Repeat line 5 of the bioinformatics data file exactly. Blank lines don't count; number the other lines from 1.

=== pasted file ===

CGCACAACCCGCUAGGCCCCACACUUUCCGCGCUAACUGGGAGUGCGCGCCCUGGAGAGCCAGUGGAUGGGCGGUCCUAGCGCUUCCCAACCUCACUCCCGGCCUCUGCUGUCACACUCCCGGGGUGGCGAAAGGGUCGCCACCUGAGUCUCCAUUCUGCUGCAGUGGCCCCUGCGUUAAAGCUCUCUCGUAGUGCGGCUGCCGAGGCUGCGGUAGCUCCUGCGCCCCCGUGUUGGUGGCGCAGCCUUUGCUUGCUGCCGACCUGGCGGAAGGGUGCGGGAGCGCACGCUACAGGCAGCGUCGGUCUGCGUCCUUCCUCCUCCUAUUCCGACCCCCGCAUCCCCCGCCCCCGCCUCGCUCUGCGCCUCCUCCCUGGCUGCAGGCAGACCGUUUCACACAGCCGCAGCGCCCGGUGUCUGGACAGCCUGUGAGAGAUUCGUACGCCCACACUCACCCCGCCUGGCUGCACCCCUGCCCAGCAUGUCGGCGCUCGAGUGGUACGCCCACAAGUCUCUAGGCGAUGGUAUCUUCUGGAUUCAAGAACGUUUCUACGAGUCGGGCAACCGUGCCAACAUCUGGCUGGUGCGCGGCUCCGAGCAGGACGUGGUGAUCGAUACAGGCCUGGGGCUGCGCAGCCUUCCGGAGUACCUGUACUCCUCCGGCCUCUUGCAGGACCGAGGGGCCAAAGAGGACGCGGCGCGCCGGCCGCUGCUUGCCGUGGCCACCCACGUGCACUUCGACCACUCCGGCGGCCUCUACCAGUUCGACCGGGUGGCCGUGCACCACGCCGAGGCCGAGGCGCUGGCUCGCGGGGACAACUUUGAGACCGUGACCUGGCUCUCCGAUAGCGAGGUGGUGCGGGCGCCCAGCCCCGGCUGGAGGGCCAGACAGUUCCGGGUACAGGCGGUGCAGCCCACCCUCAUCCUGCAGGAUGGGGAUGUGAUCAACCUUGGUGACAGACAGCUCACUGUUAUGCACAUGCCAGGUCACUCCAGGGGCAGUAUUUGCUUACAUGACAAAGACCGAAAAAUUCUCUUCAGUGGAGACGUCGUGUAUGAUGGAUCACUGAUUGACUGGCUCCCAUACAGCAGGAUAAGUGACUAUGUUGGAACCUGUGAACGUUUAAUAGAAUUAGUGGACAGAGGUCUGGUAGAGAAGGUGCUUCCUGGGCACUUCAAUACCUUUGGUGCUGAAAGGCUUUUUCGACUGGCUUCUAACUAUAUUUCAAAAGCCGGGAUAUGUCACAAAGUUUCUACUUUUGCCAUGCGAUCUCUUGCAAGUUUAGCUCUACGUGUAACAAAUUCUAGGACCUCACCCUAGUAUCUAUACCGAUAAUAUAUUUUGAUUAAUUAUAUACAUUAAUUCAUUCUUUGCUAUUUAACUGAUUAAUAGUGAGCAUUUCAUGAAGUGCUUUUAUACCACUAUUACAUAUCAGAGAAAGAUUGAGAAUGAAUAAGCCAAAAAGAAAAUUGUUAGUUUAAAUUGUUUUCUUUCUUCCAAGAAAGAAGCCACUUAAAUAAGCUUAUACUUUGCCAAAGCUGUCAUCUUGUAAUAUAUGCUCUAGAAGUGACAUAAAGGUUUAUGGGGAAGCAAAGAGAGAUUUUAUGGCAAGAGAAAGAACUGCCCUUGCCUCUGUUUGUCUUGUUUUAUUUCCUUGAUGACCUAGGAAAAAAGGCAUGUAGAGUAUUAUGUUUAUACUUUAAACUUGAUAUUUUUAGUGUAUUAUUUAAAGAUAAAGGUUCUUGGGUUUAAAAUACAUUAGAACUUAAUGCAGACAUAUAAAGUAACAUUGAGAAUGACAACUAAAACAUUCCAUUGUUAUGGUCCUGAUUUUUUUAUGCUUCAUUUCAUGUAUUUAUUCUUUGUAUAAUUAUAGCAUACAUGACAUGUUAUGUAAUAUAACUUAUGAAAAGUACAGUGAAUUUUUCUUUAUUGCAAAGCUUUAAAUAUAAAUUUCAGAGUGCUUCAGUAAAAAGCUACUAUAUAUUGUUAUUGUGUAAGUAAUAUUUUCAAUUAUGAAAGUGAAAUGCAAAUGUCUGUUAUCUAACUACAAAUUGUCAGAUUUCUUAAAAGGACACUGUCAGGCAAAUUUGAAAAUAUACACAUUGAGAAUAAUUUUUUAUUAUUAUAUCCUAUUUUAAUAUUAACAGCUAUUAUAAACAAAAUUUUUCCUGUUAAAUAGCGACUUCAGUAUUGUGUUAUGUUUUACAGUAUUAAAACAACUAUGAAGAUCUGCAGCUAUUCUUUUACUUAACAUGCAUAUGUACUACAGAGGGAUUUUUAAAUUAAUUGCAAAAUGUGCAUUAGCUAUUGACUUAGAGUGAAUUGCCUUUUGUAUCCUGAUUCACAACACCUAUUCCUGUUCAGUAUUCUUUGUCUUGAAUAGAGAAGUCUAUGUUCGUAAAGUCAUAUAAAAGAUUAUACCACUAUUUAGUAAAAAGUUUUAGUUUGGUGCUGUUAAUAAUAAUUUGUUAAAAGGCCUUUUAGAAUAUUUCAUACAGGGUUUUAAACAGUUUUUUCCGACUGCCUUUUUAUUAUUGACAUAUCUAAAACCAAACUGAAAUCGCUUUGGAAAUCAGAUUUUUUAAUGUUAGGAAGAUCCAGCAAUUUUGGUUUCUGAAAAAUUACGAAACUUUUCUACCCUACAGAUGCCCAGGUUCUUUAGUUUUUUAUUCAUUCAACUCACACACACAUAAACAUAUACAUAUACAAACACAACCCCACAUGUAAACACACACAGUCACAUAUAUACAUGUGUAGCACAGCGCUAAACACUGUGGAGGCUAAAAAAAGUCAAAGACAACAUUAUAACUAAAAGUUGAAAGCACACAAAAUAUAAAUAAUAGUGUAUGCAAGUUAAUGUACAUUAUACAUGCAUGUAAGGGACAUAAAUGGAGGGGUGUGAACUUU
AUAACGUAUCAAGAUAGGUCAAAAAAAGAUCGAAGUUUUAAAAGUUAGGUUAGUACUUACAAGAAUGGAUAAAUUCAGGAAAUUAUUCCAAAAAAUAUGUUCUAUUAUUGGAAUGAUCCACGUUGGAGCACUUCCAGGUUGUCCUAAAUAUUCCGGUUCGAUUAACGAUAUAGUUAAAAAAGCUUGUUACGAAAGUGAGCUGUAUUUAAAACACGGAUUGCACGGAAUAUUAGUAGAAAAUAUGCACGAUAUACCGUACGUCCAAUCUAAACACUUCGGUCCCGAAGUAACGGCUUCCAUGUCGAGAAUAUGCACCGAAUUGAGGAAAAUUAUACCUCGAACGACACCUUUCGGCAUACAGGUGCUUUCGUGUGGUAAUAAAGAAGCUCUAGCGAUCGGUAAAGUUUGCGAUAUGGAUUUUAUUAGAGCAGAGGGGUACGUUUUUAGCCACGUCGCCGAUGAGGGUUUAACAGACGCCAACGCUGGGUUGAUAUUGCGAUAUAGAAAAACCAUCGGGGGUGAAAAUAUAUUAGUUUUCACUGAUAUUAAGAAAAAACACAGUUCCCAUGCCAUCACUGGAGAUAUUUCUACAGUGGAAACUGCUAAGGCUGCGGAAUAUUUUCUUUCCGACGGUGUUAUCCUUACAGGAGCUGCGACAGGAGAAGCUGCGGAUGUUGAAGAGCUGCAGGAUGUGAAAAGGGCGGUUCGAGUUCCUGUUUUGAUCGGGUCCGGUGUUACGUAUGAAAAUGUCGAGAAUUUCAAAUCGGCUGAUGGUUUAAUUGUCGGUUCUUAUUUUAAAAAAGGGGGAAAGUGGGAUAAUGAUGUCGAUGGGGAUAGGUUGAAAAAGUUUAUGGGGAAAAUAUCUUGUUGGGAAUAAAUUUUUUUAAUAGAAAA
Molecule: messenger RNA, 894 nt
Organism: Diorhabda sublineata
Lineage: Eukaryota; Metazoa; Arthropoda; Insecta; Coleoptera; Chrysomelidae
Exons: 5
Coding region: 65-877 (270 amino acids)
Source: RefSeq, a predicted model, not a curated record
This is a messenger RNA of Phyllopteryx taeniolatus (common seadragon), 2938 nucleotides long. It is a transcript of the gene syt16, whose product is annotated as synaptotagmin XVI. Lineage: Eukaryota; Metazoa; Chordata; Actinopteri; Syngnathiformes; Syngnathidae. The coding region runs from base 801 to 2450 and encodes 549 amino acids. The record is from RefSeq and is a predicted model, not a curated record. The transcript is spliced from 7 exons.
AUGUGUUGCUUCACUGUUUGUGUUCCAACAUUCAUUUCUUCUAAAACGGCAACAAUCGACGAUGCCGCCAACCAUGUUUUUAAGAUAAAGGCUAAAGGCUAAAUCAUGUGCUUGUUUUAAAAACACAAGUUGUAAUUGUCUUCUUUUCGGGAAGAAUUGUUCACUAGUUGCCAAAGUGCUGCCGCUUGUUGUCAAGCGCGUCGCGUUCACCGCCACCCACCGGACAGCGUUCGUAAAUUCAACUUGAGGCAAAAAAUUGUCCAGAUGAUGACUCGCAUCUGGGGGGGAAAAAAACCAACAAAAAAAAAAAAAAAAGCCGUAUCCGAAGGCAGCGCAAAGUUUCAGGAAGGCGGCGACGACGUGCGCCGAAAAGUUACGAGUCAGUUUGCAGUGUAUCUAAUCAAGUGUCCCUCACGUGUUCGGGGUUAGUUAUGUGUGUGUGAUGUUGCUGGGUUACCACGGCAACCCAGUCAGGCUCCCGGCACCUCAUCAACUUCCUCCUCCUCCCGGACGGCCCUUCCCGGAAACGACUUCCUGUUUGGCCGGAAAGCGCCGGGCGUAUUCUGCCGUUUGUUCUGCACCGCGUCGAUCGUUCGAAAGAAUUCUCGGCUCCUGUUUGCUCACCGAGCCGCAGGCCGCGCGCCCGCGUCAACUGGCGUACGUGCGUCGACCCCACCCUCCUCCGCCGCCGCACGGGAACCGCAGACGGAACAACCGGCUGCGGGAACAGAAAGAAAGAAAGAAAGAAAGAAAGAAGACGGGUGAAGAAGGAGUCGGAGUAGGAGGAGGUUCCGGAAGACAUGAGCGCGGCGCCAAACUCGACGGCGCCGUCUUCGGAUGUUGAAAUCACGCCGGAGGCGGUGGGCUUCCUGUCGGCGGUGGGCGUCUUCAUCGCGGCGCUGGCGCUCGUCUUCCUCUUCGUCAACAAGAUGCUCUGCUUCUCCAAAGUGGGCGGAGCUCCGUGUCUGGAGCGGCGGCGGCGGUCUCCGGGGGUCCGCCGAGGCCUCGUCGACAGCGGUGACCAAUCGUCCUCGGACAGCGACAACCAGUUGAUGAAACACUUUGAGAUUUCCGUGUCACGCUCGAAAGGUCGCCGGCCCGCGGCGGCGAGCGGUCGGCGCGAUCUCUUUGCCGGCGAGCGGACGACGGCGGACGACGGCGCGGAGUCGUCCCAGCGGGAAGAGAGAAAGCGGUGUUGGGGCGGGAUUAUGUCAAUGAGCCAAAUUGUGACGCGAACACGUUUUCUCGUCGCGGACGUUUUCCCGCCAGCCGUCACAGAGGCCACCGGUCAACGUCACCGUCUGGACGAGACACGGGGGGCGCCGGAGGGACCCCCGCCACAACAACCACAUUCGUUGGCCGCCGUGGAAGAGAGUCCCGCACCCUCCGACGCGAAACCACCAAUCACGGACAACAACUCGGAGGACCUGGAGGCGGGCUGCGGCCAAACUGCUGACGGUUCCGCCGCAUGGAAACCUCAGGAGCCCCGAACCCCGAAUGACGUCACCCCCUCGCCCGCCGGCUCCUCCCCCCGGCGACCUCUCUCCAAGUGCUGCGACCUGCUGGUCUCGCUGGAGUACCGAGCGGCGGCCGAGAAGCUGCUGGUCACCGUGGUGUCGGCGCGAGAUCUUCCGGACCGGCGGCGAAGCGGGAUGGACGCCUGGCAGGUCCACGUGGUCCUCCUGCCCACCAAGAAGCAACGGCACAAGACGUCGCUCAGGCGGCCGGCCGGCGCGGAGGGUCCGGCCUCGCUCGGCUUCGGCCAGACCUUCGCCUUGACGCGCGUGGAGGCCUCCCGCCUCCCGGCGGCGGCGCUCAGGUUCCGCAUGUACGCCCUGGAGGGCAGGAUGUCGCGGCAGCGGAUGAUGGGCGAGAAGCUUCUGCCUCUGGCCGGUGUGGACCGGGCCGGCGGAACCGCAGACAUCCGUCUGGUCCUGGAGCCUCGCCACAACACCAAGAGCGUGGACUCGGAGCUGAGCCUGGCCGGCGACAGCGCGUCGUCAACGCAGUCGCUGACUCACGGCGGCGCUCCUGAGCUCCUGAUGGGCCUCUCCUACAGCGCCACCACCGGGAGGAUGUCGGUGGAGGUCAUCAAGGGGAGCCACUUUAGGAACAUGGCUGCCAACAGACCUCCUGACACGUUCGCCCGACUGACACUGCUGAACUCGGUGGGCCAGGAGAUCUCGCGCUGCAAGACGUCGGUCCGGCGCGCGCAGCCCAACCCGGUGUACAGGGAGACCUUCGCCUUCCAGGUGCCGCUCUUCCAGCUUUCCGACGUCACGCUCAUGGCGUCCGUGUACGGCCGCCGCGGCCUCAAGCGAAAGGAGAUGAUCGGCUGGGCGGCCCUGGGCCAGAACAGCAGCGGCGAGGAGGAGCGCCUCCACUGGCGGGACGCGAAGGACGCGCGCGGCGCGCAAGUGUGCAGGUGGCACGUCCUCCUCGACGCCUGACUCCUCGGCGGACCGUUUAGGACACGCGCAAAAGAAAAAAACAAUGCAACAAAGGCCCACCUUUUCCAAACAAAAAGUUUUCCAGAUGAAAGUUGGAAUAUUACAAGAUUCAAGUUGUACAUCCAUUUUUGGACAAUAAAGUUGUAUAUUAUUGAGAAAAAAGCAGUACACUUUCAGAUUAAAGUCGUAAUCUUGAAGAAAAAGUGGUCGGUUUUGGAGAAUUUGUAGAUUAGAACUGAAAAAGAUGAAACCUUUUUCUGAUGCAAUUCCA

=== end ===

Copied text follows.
Lineage: Eukaryota; Metazoa; Arthropoda; Insecta; Coleoptera; Chrysomelidae